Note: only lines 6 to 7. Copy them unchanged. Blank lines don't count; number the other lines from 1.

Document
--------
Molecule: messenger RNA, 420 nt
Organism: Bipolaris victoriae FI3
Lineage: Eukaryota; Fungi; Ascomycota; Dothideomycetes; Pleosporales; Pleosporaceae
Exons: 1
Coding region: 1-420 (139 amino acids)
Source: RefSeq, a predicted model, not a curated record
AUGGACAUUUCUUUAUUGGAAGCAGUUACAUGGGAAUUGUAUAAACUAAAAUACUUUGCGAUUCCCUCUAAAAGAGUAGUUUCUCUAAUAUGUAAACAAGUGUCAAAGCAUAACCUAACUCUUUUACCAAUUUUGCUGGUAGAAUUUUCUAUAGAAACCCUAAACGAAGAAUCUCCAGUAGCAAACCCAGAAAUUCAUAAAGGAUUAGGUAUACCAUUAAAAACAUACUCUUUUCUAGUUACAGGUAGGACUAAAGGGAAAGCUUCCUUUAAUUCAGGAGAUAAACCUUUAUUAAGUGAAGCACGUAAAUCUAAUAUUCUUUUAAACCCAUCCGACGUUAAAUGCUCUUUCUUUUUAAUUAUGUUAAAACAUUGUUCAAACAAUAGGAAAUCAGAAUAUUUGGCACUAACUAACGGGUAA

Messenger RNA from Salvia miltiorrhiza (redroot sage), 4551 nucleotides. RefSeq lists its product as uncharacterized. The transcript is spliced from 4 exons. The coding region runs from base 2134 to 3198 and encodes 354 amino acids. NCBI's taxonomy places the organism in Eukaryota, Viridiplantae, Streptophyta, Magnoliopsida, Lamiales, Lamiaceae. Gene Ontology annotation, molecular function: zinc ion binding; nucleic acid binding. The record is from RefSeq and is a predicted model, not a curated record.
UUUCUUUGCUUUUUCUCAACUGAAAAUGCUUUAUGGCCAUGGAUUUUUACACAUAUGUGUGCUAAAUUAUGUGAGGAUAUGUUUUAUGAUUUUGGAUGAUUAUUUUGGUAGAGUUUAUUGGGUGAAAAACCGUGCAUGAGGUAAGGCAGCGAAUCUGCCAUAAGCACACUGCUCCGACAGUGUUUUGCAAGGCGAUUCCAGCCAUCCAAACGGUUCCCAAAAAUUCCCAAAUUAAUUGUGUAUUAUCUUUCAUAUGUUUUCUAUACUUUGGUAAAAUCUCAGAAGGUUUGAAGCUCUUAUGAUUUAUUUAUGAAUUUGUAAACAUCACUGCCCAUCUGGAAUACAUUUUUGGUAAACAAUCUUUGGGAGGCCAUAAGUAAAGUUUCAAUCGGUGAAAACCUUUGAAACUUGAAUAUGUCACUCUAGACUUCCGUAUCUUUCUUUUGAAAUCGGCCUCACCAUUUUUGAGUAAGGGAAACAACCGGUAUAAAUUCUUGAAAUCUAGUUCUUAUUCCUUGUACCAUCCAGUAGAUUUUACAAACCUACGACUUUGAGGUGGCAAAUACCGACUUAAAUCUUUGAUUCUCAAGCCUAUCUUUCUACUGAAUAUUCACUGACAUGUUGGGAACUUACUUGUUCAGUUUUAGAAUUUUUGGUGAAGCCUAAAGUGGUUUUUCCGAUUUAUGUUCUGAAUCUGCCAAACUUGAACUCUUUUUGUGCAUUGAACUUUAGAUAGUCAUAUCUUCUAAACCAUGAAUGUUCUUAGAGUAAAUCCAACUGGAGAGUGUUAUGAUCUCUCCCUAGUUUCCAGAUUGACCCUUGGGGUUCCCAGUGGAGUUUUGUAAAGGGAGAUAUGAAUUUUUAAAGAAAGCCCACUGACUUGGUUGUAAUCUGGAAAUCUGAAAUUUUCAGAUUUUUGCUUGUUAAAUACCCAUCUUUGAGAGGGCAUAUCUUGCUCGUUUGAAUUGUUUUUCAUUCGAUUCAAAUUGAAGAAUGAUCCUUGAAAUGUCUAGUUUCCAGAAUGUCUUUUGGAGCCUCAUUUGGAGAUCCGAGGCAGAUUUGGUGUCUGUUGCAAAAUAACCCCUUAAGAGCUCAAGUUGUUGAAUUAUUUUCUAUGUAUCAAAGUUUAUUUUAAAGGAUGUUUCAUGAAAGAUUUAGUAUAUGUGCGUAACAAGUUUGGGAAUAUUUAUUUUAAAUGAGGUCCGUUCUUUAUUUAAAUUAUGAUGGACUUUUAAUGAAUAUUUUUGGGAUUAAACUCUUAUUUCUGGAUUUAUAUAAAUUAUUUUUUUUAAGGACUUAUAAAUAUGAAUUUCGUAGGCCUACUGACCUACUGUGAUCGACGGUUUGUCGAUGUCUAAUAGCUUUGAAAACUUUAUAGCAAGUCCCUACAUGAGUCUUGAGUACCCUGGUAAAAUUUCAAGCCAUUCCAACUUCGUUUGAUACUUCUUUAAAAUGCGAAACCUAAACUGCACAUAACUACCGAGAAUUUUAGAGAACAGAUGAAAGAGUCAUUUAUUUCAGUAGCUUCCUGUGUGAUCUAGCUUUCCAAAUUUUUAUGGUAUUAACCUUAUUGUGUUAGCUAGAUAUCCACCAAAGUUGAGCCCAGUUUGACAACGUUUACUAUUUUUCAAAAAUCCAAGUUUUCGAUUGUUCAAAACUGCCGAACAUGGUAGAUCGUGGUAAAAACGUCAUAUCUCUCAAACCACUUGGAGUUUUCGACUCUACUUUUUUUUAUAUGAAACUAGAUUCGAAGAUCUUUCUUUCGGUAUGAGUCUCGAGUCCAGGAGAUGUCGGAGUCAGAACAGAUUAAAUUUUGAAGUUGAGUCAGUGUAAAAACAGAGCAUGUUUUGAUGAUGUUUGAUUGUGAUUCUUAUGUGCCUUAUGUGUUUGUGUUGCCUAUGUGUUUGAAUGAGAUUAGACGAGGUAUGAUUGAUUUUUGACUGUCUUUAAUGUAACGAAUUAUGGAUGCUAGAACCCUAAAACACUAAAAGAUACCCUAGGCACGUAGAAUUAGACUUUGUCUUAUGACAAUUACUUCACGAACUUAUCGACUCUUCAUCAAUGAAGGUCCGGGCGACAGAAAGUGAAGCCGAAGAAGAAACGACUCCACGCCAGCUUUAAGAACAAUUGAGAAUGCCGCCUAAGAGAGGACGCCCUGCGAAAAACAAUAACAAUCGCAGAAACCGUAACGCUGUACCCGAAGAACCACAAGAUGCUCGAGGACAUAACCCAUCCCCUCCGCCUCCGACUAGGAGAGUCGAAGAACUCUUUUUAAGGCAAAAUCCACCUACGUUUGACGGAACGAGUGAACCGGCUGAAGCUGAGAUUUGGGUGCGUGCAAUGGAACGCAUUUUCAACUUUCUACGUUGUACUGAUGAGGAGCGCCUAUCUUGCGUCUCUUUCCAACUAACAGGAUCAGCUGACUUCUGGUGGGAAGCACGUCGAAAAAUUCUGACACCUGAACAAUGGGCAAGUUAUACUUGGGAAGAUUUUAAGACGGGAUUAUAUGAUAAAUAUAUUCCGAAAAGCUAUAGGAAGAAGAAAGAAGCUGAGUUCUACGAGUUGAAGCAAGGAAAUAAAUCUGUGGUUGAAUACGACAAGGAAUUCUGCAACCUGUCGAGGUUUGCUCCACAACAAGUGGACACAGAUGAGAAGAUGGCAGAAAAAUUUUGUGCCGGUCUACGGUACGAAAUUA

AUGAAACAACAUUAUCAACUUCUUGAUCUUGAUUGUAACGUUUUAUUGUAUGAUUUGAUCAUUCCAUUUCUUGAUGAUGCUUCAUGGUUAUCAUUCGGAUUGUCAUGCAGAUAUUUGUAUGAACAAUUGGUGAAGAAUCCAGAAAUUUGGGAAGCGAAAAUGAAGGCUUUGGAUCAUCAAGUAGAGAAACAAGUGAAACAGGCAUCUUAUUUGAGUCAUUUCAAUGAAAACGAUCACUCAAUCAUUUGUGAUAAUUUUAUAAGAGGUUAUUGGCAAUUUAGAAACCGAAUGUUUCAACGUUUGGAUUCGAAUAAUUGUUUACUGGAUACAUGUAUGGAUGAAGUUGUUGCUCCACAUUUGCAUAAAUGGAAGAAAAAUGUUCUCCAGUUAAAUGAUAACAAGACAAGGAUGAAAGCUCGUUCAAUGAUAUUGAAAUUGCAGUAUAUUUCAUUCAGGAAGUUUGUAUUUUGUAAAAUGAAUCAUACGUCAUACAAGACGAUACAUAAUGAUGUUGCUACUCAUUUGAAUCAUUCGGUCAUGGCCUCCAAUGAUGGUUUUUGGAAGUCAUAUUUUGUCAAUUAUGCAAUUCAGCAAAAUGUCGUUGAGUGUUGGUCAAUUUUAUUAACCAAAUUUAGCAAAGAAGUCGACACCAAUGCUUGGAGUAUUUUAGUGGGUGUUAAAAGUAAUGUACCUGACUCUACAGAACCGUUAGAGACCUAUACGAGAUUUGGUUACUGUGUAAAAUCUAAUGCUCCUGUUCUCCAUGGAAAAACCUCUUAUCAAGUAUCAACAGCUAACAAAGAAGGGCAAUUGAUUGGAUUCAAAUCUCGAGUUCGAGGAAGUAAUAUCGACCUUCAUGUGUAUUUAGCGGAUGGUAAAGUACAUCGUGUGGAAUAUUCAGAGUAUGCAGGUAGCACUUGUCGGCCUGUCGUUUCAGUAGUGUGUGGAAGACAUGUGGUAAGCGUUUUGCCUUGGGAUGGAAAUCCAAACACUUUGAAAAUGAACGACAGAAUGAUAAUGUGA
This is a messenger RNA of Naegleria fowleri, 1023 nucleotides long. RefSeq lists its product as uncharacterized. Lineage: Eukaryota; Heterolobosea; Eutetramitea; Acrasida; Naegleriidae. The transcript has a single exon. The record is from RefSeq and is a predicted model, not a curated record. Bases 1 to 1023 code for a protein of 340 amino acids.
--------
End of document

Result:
Source: RefSeq, a predicted model, not a curated record
AUGGACAUUUCUUUAUUGGAAGCAGUUACAUGGGAAUUGUAUAAACUAAAAUACUUUGCGAUUCCCUCUAAAAGAGUAGUUUCUCUAAUAUGUAAACAAGUGUCAAAGCAUAACCUAACUCUUUUACCAAUUUUGCUGGUAGAAUUUUCUAUAGAAACCCUAAACGAAGAAUCUCCAGUAGCAAACCCAGAAAUUCAUAAAGGAUUAGGUAUACCAUUAAAAACAUACUCUUUUCUAGUUACAGGUAGGACUAAAGGGAAAGCUUCCUUUAAUUCAGGAGAUAAACCUUUAUUAAGUGAAGCACGUAAAUCUAAUAUUCUUUUAAACCCAUCCGACGUUAAAUGCUCUUUCUUUUUAAUUAUGUUAAAACAUUGUUCAAACAAUAGGAAAUCAGAAUAUUUGGCACUAACUAACGGGUAA